Because I am an addict of the printed word, I am getting around to reading some of my books whose spines I haven't yet cracked (incidentally, one absolute beauty of Nick Hornby's Believer magazine book columns is in the lists he maintains of books purchased and books read; all avid readers will nod at the very existence of both lists) and have picked up a few novels by Dara Horn, one of which contains the following passage on the "science" of some of the baser human actions, explored by a soon-to-be human in the time before birth:
One time, they had to plant microscopic cells of betrayal in petri dishes, inspecting their growth over the course of the class. Daniel stared at the dish and was astonished at how quickly the cells multiplied, by how a surface that was pristine moments before metamorphosed within minutes into a gangrenous plate of rot. A similar experiment was done involving a grudge, with identical results. Envy, on the other hand, proved itself not to be contagious at all; instead, it ate its carrier alive. Another lab result that intrigued Daniel was when the class measured the speed of gossip as it traveled through various media, determining how its speed was affected by whether it was transmitted through speech, writing, broadcast, or silence. To his surprise, the fastest means of travel was silence, which allowed the gossip to move faster simply by refusing to stop it, facilitated through listeners who should have created some kind of friction to slow it down but instead failed to rise to the subject's defense. Daniel was slightly repulsed by the lab involving the dissection of lies, a gory procedure in which he and a partner had to slice through layers of smooth skinlike surfaces and pin them back to reveal the innards, which mostly consisted of disgusting rotting guts of self-loathing and fear. (Some not-yets had asked for permission to sit out the dissections, claiming that it was against their religious beliefs. Permission was never granted.)It heartens me that Twitter is not silent about Ferguson, because that is the last thing that is needed right now, but Twitter is, ultimately, a human engine, displaying just as many fears and instances of loathing as it does hopes and truths. Get past the shiny surfaces of bright lies and one thing does remain: we treat those who look different as lesser beings. Long after the civil rights movement and Great Society legislation supposedly made that wrong, it still happens with insidious regularity.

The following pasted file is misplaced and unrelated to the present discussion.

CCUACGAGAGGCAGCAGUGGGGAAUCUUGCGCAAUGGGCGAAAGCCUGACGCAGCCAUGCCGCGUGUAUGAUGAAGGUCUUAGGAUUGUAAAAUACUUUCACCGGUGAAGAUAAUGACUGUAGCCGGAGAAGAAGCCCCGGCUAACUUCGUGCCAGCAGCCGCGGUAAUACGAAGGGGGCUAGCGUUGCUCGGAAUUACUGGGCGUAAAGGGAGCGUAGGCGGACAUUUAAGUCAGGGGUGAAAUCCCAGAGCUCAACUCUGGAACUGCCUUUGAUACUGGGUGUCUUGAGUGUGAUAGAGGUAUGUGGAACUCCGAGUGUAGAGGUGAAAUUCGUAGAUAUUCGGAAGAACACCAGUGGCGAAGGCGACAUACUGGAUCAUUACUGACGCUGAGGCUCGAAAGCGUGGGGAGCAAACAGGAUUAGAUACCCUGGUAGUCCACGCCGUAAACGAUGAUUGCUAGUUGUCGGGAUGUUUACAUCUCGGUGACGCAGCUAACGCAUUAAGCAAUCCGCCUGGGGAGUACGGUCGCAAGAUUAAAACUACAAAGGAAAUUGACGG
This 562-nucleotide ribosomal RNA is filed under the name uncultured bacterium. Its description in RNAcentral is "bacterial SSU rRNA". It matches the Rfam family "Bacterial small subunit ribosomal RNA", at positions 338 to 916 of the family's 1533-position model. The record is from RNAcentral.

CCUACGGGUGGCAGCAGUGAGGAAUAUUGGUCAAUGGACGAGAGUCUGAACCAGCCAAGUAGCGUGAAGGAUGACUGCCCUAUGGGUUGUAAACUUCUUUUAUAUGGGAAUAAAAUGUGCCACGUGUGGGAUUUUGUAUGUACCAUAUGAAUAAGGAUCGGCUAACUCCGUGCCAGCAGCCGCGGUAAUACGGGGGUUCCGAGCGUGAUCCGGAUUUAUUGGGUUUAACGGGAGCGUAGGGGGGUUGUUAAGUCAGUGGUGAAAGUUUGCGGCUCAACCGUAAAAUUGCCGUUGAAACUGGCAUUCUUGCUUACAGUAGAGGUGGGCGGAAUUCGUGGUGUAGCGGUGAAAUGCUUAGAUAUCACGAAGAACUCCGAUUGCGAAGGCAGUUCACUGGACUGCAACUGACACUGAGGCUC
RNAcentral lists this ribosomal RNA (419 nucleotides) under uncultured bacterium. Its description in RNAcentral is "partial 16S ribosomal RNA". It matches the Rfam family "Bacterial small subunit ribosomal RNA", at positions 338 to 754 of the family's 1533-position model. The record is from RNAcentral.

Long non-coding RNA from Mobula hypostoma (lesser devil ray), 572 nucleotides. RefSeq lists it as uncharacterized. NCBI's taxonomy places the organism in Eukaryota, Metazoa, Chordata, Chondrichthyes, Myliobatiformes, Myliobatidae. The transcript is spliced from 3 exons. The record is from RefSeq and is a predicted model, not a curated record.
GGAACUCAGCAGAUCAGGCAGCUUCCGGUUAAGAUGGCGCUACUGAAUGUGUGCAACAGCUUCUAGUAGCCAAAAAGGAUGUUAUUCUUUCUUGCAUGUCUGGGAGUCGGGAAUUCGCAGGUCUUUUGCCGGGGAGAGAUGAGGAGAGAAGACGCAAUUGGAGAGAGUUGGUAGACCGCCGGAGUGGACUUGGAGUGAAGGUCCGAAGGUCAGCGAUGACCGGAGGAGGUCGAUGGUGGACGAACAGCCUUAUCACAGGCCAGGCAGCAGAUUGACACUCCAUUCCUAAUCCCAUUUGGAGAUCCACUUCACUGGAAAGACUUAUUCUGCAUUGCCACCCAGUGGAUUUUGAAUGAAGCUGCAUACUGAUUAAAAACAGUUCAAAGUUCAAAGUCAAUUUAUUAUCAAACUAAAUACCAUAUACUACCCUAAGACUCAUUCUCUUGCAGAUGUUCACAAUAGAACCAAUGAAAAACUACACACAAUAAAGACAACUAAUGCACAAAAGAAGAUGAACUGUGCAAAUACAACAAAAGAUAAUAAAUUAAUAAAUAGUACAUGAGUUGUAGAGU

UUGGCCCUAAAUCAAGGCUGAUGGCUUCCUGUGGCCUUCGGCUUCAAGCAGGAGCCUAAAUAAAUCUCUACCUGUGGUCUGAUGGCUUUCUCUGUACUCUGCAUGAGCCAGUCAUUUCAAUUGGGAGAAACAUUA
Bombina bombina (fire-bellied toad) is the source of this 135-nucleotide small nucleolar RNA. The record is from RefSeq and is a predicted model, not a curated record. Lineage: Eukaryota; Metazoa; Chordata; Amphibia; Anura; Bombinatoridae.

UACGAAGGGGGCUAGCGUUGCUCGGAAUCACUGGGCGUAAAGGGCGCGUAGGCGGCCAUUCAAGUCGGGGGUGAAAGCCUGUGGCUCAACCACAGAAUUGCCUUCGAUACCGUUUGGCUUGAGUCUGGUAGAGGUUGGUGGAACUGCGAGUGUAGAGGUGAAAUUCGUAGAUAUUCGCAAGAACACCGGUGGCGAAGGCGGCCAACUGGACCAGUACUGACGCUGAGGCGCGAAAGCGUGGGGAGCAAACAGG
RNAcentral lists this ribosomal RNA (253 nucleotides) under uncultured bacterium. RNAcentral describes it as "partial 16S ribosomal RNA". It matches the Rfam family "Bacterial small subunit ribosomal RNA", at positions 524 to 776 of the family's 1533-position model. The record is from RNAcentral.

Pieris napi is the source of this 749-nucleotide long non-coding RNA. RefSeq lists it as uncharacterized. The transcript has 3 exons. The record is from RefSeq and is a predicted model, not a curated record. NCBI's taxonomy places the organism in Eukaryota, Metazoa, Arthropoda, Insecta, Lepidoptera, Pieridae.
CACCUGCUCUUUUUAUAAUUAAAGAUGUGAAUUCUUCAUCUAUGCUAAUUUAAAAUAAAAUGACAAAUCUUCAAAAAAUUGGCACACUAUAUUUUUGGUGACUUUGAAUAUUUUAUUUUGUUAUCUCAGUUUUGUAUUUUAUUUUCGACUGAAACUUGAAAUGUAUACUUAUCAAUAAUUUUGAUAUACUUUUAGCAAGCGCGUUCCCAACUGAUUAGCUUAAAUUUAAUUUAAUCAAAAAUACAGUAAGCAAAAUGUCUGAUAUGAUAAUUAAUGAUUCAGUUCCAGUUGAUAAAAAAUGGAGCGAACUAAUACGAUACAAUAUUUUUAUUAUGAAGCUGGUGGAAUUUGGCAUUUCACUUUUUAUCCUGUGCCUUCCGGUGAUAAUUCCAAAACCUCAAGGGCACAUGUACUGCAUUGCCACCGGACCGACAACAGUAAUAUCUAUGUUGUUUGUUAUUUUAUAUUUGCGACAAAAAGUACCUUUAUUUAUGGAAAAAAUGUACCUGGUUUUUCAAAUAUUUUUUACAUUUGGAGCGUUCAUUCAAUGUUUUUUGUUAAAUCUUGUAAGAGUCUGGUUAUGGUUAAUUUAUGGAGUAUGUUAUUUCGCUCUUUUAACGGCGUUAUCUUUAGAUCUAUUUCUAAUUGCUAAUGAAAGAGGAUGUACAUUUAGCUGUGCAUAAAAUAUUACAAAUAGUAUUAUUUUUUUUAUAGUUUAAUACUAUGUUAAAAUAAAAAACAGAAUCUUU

I'm tired of turning on the news and seeing a story of some unarmed black person gunned down or otherwise killed, and being horrified, but even more horrifically, not all that surprised. I have never faced that sort of violent hostility in my life, and I would never intend to imply that anything I've ever experienced even comes close. But I've faced enough ... racial skepticism, I guess you could call it, so that these stories sadly never surprise me.
I'm tired of people telling me that "Karen, you just see these things because you live in the South. It's not like that anywhere else." I'm here to tell you, Ferguson isn't the south. Nor is Dayton, Ohio. Nor is Dearborn, Michigan. Nor, nor, nor.
I'm tired of worrying about my daughter and other black children of friends of mine, afraid that the world might be no different when they go out into it as teenagers and young adults -- because their teenage- and young-adult-years aren't that far away anymore. I'm tired of worrying that America might view our children as expendable.
I'm tired of every time my little girl doesn't try her best at school, my yelling at her invariably includes a lecture that people are looking for her to fail because she's black and she's a girl, and she's way too effing brilliant of a kid to let people write her off due to her blackness and her girlness. That she needs to make them work really, really hard before they write her off in any way. I'm just tired of the work-twice-as-hard-to-be-considered-half-as-good conversation that I believe is still a necessary concept for her to understand.
I'm tired of walking through the world constantly aware of how my blackness is being perceived, how my interracial marriage is being perceived. The fact is, whether it is being perceived positively or negatively, if I'm in the United States, I am always aware of it, and I'm tired."It's not like that anywhere else"? Yes, the South has had its Jenas, its Danziger Bridges, but New York City has had Amadou Diallo, Crown Heights, racial profiling out the wazoo. This is happening all over this country, exacerbated by the Section 1033 post-September 11 arsenals local police departments have been amassing.
We could indeed use far more scientific dissection of these matters and less pompously righteous religiosity.